Here, Appellant's judgment of sentence became final on or about November 24, 2008, when his time to file a direct appeal from his guilty plea and sentence expired. See Pa.R.A.P. 903(a); 42 Pa.C.S. § 9545(b)(3). Hence, in order to comply with the time limits of the PCRA, Appellant had to file a petition within one year of that date. Appellant did not file his habeas corpus petition until January 11, 2012, well beyond the one-year time limit. Appellant did not plead or prove one of the statutory exceptions to the time bar under 42 Pa.C.S. § 9545(b)(1). Consequently, although Appellant's issues 1 through 4 are cognizable under the PCRA, they are time-barred. Consequently, we lack jurisdiction to dispose of those issues. See Murray, supra.
As well, in issue 5C, Appellant asserts that the trial court erred in failing to recognize the alleged defect in that court's jurisdiction. In substance, the basis for Appellant's argument is that the trial court lacked jurisdiction to convict him of a crime. See Brief for Appellant at 29 ("The Appellant avers that Pennsylvania had no jurisdiction to hear the case brought against him and that all charges should be dismissed."). As we set forth above, this claim is cognizable under the PCRA and, in this case, untimely. Thus, we lack jurisdiction to address this claim as well. See Murray, supra.
Because Appellant's habeas corpus petition was time-barred, Appellant's derivative issues related to the denial of his habeas corpus petition cannot succeed. Thus, issues 6B (alleging that the trial court erred by not holding a full hearing on Appellant's habeas corpus petition), 6C (alleging that the trial court erred for failing to reinstate Appellant's PCRA rights, even though Appellant did not ask the court to do so), 6D (alleging that the trial court failed to "recognize that Appellant had to file [a] Habeas corpus because he was time barred for PCRA, " see Brief for Appellant at 31-32), 6E (alleging that the trial court failed to hold a full hearing on Appellant's habeas corpus petition), and 6F (alleging generally that the trial court erred in not granting Appellant's habeas corpus petition) must fail.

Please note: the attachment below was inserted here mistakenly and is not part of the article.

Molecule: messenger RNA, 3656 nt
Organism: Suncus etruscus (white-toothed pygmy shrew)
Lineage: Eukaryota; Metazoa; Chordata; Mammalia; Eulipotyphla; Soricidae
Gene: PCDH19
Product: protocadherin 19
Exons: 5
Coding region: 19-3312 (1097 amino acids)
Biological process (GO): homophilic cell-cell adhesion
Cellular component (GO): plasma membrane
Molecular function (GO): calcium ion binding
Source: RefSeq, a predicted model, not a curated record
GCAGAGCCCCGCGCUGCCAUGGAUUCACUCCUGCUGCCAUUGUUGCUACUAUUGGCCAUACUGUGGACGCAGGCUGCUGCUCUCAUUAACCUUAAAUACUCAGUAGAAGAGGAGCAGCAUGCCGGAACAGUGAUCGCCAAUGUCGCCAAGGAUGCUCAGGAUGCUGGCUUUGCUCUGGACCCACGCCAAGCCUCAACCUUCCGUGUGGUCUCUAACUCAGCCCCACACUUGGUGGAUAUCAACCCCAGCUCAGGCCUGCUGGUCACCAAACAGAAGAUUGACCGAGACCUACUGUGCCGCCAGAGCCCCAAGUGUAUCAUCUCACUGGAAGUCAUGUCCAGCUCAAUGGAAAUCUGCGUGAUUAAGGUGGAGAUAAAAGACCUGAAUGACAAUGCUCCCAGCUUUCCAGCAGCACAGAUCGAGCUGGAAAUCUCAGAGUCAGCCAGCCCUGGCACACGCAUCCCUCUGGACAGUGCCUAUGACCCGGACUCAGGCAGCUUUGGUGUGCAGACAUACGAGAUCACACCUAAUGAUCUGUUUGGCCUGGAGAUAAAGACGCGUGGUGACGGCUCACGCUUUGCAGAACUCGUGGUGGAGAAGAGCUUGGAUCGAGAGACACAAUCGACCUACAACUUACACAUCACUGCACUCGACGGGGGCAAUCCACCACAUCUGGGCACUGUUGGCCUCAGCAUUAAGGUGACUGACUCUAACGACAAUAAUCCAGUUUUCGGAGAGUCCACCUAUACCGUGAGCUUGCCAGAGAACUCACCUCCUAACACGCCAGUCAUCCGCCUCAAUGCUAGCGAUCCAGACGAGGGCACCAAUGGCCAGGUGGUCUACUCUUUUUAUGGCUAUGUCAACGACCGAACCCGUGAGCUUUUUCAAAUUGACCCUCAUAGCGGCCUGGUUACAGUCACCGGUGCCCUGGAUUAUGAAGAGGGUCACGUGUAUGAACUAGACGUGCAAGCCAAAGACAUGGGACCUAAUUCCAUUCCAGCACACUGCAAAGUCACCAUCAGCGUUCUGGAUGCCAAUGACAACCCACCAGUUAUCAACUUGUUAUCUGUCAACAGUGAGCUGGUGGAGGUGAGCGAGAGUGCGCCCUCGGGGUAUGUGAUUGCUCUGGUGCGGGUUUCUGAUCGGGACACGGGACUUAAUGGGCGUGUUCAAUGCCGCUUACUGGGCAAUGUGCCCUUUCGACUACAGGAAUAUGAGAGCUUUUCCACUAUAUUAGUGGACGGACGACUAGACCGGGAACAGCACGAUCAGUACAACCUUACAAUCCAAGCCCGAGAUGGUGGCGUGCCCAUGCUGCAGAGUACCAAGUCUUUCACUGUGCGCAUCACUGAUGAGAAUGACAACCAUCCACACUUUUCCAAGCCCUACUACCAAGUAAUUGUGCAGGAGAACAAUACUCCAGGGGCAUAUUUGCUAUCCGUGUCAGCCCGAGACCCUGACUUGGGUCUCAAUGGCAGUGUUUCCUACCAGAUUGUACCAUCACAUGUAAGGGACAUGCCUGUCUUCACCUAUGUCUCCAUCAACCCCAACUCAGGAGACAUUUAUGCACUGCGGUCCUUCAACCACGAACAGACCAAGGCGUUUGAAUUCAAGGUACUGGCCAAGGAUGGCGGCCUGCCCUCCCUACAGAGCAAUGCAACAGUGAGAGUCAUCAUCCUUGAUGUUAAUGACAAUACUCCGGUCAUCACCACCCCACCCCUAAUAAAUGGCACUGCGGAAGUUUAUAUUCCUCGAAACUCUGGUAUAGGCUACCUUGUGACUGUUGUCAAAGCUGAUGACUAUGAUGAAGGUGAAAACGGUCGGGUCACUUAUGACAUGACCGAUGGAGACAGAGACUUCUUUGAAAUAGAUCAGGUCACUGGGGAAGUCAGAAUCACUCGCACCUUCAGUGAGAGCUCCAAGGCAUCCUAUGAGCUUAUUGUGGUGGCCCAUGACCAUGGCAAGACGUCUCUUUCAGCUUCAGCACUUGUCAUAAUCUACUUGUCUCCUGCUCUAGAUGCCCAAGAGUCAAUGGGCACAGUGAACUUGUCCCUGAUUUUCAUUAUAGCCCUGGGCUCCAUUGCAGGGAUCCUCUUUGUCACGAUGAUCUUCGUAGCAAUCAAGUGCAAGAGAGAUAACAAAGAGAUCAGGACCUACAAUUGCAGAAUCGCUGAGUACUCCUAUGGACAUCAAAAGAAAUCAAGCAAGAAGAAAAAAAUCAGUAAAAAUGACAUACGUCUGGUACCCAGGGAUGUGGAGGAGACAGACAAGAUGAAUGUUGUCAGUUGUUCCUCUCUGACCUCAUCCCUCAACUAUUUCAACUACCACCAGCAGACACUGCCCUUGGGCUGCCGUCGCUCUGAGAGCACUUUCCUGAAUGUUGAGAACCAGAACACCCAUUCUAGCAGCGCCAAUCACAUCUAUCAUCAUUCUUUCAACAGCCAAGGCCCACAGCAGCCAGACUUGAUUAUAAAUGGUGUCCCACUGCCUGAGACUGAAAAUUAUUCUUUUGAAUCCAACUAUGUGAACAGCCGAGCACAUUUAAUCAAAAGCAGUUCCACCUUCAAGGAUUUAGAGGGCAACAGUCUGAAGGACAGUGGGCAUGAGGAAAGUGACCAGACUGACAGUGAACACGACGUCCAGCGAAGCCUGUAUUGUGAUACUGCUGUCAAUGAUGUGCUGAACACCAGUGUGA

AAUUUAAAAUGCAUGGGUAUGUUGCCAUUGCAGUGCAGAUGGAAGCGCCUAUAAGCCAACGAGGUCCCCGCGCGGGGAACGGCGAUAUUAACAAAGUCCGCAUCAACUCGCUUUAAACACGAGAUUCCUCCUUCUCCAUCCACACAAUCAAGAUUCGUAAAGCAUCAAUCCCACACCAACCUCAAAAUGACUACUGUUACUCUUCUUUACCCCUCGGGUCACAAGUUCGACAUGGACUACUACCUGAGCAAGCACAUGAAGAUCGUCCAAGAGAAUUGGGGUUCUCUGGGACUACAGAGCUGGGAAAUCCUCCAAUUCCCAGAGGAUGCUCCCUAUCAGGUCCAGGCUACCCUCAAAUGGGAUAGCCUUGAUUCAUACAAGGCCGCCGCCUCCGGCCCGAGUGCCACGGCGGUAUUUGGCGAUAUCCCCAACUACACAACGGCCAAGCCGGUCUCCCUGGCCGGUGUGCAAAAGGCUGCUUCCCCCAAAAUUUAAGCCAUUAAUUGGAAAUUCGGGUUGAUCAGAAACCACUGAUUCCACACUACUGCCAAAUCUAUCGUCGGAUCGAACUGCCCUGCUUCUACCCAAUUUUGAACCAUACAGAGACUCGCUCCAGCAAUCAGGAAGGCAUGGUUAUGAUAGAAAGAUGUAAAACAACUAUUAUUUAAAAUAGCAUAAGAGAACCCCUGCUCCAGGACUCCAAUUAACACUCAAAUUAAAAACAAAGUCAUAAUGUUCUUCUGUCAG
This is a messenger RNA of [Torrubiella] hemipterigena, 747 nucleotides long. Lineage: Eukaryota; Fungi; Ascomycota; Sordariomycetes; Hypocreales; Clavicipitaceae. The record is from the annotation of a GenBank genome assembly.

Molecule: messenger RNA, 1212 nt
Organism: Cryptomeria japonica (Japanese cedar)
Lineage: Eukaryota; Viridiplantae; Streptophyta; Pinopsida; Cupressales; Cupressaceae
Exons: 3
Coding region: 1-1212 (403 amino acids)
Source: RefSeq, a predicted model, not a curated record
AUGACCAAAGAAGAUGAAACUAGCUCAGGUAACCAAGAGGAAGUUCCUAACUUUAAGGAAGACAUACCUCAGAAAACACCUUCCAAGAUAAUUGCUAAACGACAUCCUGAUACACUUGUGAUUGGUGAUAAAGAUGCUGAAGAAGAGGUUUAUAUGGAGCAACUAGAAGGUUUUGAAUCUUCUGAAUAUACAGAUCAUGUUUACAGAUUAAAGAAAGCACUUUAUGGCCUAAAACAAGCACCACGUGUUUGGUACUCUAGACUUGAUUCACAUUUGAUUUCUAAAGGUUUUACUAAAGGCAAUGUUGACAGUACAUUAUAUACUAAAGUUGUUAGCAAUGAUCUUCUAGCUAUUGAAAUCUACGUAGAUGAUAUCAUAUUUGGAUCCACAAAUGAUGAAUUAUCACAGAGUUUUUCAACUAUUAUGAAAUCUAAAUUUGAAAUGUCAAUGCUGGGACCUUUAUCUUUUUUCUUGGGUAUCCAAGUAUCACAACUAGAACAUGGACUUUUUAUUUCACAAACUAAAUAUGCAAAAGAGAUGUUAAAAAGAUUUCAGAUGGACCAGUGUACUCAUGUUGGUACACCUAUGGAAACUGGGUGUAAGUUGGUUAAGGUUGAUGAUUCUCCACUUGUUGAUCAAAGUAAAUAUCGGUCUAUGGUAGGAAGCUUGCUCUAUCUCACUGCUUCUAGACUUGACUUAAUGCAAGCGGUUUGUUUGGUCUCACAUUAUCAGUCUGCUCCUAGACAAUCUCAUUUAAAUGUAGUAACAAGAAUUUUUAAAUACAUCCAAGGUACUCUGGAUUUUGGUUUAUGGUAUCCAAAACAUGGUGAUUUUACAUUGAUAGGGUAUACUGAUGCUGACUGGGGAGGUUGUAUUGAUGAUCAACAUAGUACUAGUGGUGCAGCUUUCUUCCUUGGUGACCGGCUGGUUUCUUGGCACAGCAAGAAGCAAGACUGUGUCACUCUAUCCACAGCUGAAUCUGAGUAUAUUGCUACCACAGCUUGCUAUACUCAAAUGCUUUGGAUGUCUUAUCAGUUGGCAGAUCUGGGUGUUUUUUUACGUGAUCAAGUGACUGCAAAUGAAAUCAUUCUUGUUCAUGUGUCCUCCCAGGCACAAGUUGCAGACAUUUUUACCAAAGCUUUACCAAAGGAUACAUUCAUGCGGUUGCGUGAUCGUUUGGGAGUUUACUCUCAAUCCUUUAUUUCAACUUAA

We turn next to Appellant's issues 5A and 5B. Appellant alleges that the trial court failed to appoint counsel for him at the time of his arrest and for his extradition hearing. Questions of cognizability aside, we note that Appellant did not raise either of these two issues in his January 11, 2011 petition for habeas corpus or in his March 2, 2012 amendment to his petition for habeas corpus. Thus, these issues are waived, and we may not consider them any further. See Pa.R.A.P. 302(a) ("Issues not raised in the lower court are waived and cannot be raised for the first time on appeal."); Commonwealth v. Lewis, 63 A.3d 1274, 1278 (Pa.Super. 2013).
In issue 6A, Appellant alleges that the trial court erred by failing to appoint counsel, which he requested, to litigate both of his petitions. In presenting this argument, Appellant fails to support his claim with a citation to legal authority. The entirety of Appellant's argument consists of two paragraphs, and lacks any substantial development sufficient to justify our review of his claim. See Brief for Appellant at 29. Most notably, Appellant does not set forth a legal principle to demonstrate that he is entitled to counsel, the violation of which constitutes legal error, in his pursuit of relief in his two petitions. Rule 2119(a) of the Pennsylvania Rules of Appellate Procedure provides that "[t]he argument shall . . . have . . . the particular point treated therein, followed by such discussion and citation of authorities as are deemed pertinent." Pa.R.A.P. 2119(a). Failure by the appellant to discuss pertinent facts or cite legal authority results in waiver. Commonwealth v. Rhodes, 54 A.3d 908, 915 (Pa.Super. 2012). Consequently, Appellant's underdeveloped argument is waived.